Successful fintechs will likely need an ambitious strategy to attract, develop, and retain the very best talent. According to some estimates, about 50 percent of Africa’s software developers are based in just five countries (South Africa, Nigeria, Morocco, Kenya, and Egypt).8 What’s more, this concentrated pool of talent is in demand not just in Africa but globally. The World Bank estimates that there is a significant “brain drain” of information and communications technology professionals from low- and middle-income countries every year as they seek better employment opportunities and higher wages in countries where the digital sector is more developed.9 Successful fintechs will need to navigate these twin challenges of scarcer capital and increasing competition for talent to thrive going forward.
Ensuring world-class corporate governance is likely to be a critical factor in enabling fintechs to navigate this uncertain and fragmented terrain, manage scarcity, and successfully reach scale and profitability. An effective governance structure can help to build a strong, positive organizational culture that provides stability, clarity, and direction—even in difficult times.
There are three broad characteristics of a healthy corporate governance model: strong culture building, productive stakeholder engagement, and a clear talent strategy to build the organization’s capabilities. While matching a fintech’s value proposition to the right market may be a critical first step in building a successful start-up, to maintain momentum, it is necessary to define routines, norms, and processes that are shared and understood by everyone in the organization. In today’s world of hybrid working, this is even more critical than before. And because fintechs can evolve rapidly, it is vital that they have a well-developed compliance foundation to actively manage regulatory change and avoid falling foul of regulators—a challenge many are starting to face.
Fintechs operating in Africa will know that there are no quick wins on the continent. In overcoming the common obstacles in their path, our analysis shows that the most successful African tech start-ups share six common characteristics with features that mirror those of successful global companies, and have also adapted their business models to the unique economic realities and customer needs of Africa.
First, given the variability between African markets, it is important that fintechs match their value proposition to the market they are entering. Globally, we have seen fintechs evolving to achieve scale through three major routes. Some start out as a distributor of unique nonfinancial consumer products and evolve into a fintech, while others start with a specific financial business-to-consumer (B2C) or B2B product and evolve into a digital bank. A third option is to start with a payment infrastructure solution and evolve into a national digital platform. In Africa, infrastructure constraints have meant that the continent’s oldest fintechs—for example, Fawry in Egypt, M-Pesa in Kenya, and Interswitch in Nigeria—entered markets by building infrastructure specific to a single country and, as a result, are now the market leaders.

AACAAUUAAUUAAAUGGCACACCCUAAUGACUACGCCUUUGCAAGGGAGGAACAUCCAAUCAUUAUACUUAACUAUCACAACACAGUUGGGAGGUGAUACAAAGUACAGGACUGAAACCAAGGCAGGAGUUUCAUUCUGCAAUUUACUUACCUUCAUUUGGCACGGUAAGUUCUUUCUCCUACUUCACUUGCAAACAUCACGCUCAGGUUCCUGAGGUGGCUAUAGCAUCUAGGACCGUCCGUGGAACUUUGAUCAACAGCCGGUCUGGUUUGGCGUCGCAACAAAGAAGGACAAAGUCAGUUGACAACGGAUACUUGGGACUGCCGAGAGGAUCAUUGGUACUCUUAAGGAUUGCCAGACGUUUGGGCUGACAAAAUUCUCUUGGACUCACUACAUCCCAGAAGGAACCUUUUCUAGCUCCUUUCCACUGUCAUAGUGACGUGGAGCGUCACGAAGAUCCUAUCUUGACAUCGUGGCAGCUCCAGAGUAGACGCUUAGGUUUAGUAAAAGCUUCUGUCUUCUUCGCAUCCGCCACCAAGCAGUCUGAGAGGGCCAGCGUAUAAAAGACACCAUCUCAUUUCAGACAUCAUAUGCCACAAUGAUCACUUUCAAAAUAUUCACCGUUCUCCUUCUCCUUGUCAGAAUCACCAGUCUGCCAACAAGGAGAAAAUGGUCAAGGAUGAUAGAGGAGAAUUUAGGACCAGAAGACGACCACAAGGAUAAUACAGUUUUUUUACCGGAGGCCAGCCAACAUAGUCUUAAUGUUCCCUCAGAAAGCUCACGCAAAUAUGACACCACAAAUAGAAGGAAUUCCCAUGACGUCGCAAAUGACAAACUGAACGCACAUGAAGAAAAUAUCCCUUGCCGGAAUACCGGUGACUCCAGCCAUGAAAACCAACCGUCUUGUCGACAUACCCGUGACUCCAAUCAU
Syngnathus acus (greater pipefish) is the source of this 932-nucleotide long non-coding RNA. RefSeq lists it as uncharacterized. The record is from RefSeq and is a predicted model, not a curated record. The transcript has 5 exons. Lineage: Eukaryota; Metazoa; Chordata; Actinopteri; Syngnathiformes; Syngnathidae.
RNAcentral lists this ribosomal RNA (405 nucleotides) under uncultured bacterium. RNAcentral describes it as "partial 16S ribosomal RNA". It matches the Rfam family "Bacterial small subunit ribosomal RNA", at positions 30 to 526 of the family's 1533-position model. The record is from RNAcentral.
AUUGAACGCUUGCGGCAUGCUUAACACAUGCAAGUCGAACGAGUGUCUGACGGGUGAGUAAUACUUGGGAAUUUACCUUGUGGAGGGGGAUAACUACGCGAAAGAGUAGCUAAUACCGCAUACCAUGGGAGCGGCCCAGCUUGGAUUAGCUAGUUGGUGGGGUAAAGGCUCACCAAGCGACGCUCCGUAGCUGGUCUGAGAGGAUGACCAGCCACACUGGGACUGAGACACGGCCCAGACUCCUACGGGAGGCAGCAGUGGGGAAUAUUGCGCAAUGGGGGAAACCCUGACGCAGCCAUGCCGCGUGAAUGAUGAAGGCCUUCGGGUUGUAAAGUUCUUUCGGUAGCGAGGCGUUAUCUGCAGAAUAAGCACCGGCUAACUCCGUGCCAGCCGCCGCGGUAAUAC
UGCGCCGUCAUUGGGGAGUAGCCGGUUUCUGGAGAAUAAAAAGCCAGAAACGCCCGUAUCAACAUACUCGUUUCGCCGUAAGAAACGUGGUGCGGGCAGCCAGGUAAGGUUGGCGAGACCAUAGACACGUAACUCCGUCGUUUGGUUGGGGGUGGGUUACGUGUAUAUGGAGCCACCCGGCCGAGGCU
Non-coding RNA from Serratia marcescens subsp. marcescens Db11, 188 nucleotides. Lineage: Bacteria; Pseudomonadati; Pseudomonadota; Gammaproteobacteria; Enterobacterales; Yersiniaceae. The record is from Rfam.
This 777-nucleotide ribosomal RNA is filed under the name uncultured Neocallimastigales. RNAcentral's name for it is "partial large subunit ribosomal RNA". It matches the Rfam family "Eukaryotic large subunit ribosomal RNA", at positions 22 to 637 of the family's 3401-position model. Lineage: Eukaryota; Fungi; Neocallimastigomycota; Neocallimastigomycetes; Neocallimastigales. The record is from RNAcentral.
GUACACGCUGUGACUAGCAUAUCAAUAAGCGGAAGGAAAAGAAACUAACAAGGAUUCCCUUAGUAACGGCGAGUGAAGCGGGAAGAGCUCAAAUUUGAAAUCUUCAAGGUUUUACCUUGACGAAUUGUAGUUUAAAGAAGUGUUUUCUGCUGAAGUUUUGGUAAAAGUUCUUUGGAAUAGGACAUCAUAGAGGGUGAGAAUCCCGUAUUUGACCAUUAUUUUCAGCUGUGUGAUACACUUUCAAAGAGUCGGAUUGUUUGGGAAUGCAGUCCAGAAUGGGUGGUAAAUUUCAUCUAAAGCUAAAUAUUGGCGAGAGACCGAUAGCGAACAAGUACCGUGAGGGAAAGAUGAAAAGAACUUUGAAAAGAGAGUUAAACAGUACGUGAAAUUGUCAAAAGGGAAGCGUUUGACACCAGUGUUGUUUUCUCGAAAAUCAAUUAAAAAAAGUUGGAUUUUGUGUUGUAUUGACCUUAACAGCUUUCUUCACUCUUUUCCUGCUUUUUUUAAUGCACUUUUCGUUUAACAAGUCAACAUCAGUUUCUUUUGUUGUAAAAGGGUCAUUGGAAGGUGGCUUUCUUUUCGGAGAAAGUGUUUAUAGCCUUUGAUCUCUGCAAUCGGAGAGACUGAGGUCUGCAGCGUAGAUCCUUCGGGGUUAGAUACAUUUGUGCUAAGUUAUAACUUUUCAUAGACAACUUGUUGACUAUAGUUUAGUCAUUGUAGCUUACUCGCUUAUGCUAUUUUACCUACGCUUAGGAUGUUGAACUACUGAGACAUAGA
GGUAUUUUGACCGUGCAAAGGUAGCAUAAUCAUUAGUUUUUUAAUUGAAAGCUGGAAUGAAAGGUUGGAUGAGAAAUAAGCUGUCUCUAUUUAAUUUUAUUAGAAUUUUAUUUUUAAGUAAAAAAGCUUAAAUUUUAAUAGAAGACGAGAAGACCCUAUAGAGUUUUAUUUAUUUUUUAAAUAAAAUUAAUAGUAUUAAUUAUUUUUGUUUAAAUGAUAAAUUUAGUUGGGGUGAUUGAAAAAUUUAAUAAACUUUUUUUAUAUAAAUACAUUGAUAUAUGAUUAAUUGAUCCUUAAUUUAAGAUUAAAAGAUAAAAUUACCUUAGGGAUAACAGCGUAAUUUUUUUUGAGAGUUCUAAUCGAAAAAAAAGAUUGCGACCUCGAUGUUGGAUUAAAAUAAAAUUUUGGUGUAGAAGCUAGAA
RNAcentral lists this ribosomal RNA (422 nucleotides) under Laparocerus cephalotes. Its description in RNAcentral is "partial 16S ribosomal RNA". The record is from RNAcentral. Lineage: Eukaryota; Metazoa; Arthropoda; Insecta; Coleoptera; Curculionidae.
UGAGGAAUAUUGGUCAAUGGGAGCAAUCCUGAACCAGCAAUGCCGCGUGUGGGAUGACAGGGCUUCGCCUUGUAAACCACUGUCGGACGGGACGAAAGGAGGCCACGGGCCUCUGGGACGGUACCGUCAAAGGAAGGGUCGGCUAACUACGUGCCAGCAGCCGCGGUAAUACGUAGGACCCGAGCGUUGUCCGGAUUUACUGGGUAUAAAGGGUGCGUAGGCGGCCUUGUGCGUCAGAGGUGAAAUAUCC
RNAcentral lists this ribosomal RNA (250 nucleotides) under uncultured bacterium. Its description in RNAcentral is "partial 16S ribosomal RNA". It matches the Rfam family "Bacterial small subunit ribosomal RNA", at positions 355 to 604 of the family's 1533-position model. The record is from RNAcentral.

Second, to achieve sustainable growth, companies that have a long history of operating on the continent have built their success on rapid customer acquisition. Africa’s fast-growing population of more than 1.3 billion people offers a large potential market for fintechs, but actually acquiring customers can be challenging because of factors such as infrastructure constraints and low customer purchasing power. Leading players have had to take steps to overcome such constraints by, for example, leveraging preexisting physical networks or by employing aggressive pricing strategies to offer cheaper fees and charges than competitors.
Third, once having acquired customers, leading fintechs have found a sustainable way to translate this into clear monetization strategies. Such strategies have one of two things in common: they either have a repeatable and healthy revenue source coming from core activities, such as card switching for Interswitch or serving merchants with point-of-sale for Yoco, or they have multiple monetization strategies, such as having a B2C arm for a B2B company or vice versa. For example, M-Pesa and MTN both have a strong lending component in addition to their wallets, while Paga has leveraged its strong position in wallets to expand into merchant acquiring.
Fourth, a key marker of success in Africa has been the ability to adapt to the reality of low average revenue per user (ARPU), both in the consumer and micro-, small and medium-sized enterprises (MSMEs) sectors. GDP per capita in Africa is the lowest of any continent, and fintechs have adjusted to this by, for example, using scale to reduce the cost of serving customers, as M-Pesa has done, or changing the business model to pay-as-you-go for businesses that can’t afford advance payments, as Yoco has done.